Quinta de la Rosa, Pinhão, Portugal | June 9, 2009
The steel wool sky tore its belly on the crests of the terraced vineyards. Small rain alighted on clammy skin, grit-lined tires, fibrous grape skins: the Vale do Inferno would not burn this day. From the moment we journeyed from the northern rainforest, my memory of this time was written in the immaterial: clouds, fog, haze. Always glinting through like a beacon, even when dusk threatened to leave us lost to the onrushing night, was that dull, silver ribbon curling around the feet of towering ziggurats. The River Douro. It drew us on into a labyrinth of viticulture.
Then, as the last grains of daylight faded, the bold lettering of Quinta de la Rosa just outside Pinhão. On a shoulder of rocky soil, the quinta overlooked the Douro and vast acres like some robber baron’s castle. It was a haven to us. Inside, floorboards creaked in the small dining room with expansive views of the valley. We sighed and slouched in the paint-chipped chairs, waiting on a home-cooked supper from the only soul we’d seen since our sodden arrival. Rain danced on the roof, doves traded quiet callings, and our bodies slowly uncoiled.
A middle-aged couple ate carrot soup beside us and spoke Dutch in jovial tones. Sarah and I companionably chatted as I cast sidelong glances at our dinner mates. They were framed by a window, and an overflowing bowl of ripe cherries seemed to glide on the Douro between them. We cast off the remnants of our three courses and opened our body language to a response in kind. Smiles, introductions, and pleasantries lead to bartering morsels of our life stories. We each paid rapt attention as topics flared up like fireflies behind fog. The economics of conversation.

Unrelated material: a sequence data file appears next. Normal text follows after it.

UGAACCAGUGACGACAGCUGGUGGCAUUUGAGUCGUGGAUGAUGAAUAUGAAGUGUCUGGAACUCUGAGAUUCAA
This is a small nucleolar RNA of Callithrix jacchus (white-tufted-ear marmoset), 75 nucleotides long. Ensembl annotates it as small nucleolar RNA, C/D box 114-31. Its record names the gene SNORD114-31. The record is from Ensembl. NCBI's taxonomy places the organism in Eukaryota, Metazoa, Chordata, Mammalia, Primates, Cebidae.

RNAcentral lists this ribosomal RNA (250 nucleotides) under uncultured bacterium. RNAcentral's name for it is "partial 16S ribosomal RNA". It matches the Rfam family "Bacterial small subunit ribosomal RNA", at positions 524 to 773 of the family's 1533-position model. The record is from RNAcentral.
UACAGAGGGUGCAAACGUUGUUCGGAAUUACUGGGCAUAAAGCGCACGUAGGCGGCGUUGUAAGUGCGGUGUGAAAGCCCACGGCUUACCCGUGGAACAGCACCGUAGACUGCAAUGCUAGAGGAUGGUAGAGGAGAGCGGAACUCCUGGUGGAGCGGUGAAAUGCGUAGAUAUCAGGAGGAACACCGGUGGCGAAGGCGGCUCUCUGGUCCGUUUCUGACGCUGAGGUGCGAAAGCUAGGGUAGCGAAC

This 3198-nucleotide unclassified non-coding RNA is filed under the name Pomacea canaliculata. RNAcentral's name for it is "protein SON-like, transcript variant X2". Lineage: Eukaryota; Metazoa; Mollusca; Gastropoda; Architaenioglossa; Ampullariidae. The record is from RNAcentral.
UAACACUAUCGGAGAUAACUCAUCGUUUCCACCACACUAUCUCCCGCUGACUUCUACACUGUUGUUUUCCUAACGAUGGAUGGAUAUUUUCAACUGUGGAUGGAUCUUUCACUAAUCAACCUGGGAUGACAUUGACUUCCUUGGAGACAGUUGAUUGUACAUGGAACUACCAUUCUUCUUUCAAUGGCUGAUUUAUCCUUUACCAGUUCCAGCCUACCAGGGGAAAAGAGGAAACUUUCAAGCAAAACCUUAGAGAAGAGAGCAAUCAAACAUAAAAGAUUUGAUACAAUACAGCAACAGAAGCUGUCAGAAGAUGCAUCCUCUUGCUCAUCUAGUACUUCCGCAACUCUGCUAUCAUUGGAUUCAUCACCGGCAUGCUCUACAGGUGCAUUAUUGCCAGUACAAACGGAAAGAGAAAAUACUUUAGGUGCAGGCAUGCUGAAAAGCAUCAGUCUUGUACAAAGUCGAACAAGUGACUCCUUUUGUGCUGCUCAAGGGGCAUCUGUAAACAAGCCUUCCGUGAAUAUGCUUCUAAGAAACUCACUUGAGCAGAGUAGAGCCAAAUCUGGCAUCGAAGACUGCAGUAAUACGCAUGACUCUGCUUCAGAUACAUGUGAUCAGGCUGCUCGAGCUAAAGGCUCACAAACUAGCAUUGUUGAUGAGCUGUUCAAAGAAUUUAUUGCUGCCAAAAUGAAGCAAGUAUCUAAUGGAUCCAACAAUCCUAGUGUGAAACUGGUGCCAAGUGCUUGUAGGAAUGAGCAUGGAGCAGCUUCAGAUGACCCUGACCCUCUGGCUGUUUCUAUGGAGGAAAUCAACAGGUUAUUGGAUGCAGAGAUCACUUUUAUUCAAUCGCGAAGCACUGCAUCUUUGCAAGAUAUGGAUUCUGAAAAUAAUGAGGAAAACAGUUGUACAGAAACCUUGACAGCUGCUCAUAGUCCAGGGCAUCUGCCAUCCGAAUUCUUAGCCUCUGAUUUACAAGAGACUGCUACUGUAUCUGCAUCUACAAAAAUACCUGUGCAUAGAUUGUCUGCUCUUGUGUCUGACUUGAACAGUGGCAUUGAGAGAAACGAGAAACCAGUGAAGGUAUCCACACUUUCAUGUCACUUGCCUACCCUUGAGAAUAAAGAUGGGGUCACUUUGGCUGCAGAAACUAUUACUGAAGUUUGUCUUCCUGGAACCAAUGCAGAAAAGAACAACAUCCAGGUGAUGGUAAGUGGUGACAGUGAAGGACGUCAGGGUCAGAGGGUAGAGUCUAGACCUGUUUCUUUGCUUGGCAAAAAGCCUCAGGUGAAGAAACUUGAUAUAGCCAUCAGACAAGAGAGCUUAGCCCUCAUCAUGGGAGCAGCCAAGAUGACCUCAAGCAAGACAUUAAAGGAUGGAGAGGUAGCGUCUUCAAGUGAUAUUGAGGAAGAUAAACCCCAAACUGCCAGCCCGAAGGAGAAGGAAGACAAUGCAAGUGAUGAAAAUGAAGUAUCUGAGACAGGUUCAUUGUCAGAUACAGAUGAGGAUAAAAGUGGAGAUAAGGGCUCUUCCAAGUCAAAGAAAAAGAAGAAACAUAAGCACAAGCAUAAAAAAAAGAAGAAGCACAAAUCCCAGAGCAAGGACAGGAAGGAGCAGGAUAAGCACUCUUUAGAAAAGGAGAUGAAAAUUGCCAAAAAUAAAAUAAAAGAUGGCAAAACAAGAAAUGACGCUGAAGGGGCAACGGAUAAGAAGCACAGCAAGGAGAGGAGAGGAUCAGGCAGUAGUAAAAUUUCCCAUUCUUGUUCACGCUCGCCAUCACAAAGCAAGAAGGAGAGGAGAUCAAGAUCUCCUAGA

He was a cardiologist and she a cardiac nurse. They met at the hospital. He had a heart condition. They had to leave the altitudes of the nearby Casal de Loivos for respite. He was part of an exclusive wine club in Amsterdam for men only, though the women were allowed to cook for them. I was going to start an exclusive single malt whisky club back home. Time was measured only by the number of empty wine bottles and cherry pits. We spoke of Portugal, of Galicia, of the magic in this exact moment meeting travelers. Stars perforated the night sky while our voices blazed in the Vale do Inferno. Our laughter angled out of wine- and cherry-stained mouths like we had eaten the heart of the Douro, like our own hearts crept on our tongues.
Too soon the shroud of sleep carried us to a morning shared with other guests. Each assembled a breakfast heaping with reserved silence, perhaps hangover. My eyes darted to our friends of the night. They finished up and walked out toward the shining Douro as I popped a glistening cherry into my mouth. Then the man with the weak heart turned in the patio doorway. We are your Dutch friends now, he said and grinned.
I spit out the pit and smiled at him with cherry-stained teeth.